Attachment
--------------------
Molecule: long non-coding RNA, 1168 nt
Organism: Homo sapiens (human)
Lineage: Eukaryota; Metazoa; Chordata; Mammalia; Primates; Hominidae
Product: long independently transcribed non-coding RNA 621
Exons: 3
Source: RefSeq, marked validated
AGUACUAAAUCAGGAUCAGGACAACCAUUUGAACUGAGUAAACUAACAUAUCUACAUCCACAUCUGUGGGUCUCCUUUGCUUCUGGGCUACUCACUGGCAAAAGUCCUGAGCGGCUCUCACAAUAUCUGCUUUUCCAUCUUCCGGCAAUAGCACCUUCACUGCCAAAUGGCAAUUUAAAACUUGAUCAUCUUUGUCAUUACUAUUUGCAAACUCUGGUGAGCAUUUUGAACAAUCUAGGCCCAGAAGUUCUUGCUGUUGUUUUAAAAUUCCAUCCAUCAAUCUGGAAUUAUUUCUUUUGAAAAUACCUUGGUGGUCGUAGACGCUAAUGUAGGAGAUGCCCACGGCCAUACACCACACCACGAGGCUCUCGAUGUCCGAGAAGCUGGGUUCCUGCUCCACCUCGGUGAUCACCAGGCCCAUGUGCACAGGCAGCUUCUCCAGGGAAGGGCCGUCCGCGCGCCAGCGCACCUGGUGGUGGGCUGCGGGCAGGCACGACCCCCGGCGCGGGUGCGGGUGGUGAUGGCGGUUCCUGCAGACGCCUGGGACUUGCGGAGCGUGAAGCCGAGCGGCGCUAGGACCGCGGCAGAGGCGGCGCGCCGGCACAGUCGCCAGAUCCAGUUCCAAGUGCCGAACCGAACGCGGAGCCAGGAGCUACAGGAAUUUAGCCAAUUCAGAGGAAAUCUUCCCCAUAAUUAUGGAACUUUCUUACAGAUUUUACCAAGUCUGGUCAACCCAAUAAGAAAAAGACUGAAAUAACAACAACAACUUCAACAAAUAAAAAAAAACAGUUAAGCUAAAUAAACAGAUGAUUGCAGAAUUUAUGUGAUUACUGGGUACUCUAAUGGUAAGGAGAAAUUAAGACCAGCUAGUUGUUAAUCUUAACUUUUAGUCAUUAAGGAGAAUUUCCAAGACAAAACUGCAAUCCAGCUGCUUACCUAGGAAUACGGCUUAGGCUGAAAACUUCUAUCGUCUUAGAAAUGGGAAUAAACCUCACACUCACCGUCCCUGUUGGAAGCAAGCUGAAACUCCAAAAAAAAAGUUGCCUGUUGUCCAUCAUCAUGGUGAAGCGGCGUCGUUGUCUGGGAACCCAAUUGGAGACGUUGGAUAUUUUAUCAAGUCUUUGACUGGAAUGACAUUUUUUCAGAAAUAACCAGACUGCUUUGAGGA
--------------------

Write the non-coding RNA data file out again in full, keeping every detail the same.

Molecule: long non-coding RNA, 1168 nt
Organism: Homo sapiens (human)
Lineage: Eukaryota; Metazoa; Chordata; Mammalia; Primates; Hominidae
Product: long independently transcribed non-coding RNA 621
Exons: 3
Source: RefSeq, marked validated
AGUACUAAAUCAGGAUCAGGACAACCAUUUGAACUGAGUAAACUAACAUAUCUACAUCCACAUCUGUGGGUCUCCUUUGCUUCUGGGCUACUCACUGGCAAAAGUCCUGAGCGGCUCUCACAAUAUCUGCUUUUCCAUCUUCCGGCAAUAGCACCUUCACUGCCAAAUGGCAAUUUAAAACUUGAUCAUCUUUGUCAUUACUAUUUGCAAACUCUGGUGAGCAUUUUGAACAAUCUAGGCCCAGAAGUUCUUGCUGUUGUUUUAAAAUUCCAUCCAUCAAUCUGGAAUUAUUUCUUUUGAAAAUACCUUGGUGGUCGUAGACGCUAAUGUAGGAGAUGCCCACGGCCAUACACCACACCACGAGGCUCUCGAUGUCCGAGAAGCUGGGUUCCUGCUCCACCUCGGUGAUCACCAGGCCCAUGUGCACAGGCAGCUUCUCCAGGGAAGGGCCGUCCGCGCGCCAGCGCACCUGGUGGUGGGCUGCGGGCAGGCACGACCCCCGGCGCGGGUGCGGGUGGUGAUGGCGGUUCCUGCAGACGCCUGGGACUUGCGGAGCGUGAAGCCGAGCGGCGCUAGGACCGCGGCAGAGGCGGCGCGCCGGCACAGUCGCCAGAUCCAGUUCCAAGUGCCGAACCGAACGCGGAGCCAGGAGCUACAGGAAUUUAGCCAAUUCAGAGGAAAUCUUCCCCAUAAUUAUGGAACUUUCUUACAGAUUUUACCAAGUCUGGUCAACCCAAUAAGAAAAAGACUGAAAUAACAACAACAACUUCAACAAAUAAAAAAAAACAGUUAAGCUAAAUAAACAGAUGAUUGCAGAAUUUAUGUGAUUACUGGGUACUCUAAUGGUAAGGAGAAAUUAAGACCAGCUAGUUGUUAAUCUUAACUUUUAGUCAUUAAGGAGAAUUUCCAAGACAAAACUGCAAUCCAGCUGCUUACCUAGGAAUACGGCUUAGGCUGAAAACUUCUAUCGUCUUAGAAAUGGGAAUAAACCUCACACUCACCGUCCCUGUUGGAAGCAAGCUGAAACUCCAAAAAAAAAGUUGCCUGUUGUCCAUCAUCAUGGUGAAGCGGCGUCGUUGUCUGGGAACCCAAUUGGAGACGUUGGAUAUUUUAUCAAGUCUUUGACUGGAAUGACAUUUUUUCAGAAAUAACCAGACUGCUUUGAGGA